Monday, 10 March 2014


Asperatus  cloud formations are very rare worldwide – so rare they were not proposed as a separate cloud classification until 2009. The name translates as roughened or agitated waves. It is thought that asperatus clouds’ choppy undersides may be due to strong winds disturbing previously stable layers of warm and cold air.
Undulatus asperatus, says Britain's Cloud Appreciation Society is a cloud variant that, until recently, had gone unnoticed.

Graeme Anderson, an MSc student at the Department of Meteorology, Reading University, studied weather records and used a computer model to simulate the cloud formation. In doing so, Graeme found that asperatus clouds form in the sort of conditions that produce mamma clouds (also known as mammatus); asperatus clouds form when the winds up at the cloud level cause the cloud to shear into wave-like forms known as undulatus.If accepted as a new classification, asperatus will be the first new classification in the World Meteorological Organization's International Cloud Atlas since cirrus intortus in 1951.

This image, captured by Merrick Davies, is of a rather turbulent sky over Hanmer Springs, South Island, New Zealand. Such cloud formations have been seen all over Britain, as well as in the plains of the USA.

Undulatus Asperatus clouds, also called river of the sky clouds, are very rare. They created an eerie landscape in the sky over Atlanta on February 25 2014

Undulatus asperatus is a cloud formation, proposed in 2009 as a separate cloud classification. If successful it will be the first cloud formation added since cirrus intortus in 1951 to the International Cloud Atlas of the World Meteorological Organization. The name translates approximately as roughened or agitated waves. These formations were photographed in Northern Wisconsin.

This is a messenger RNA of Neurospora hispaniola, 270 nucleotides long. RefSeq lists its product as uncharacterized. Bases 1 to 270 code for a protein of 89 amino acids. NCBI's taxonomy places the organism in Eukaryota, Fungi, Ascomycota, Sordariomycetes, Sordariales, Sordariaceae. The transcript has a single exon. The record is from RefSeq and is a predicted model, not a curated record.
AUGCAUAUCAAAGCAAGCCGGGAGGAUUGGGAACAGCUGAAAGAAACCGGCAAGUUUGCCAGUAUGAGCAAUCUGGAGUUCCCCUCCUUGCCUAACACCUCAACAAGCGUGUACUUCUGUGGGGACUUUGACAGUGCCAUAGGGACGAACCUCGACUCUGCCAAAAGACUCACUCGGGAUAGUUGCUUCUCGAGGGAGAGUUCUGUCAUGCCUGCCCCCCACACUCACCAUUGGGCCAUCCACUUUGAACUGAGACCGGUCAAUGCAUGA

11Alive Meteorologist Chesley McNeil said the clouds are very rare in the southeast, but more common in the midwest. He also says there's debate over what causes the phenomenon. Scientists agree it's a meeting of two fronts, but are split on whether it's caused by a cold/warm front or a dry/moist front. The Royal Meteorological Society is documenting their appearance to see if they deserve a separate cloud classification. If that happens, it would be the first cloud named since 1951.

"They're very ominous looking," McNeil said. "They're rolling, and that's where the name 'river of the sky' comes from." The name is roughly translated "roughened or agitated waves".


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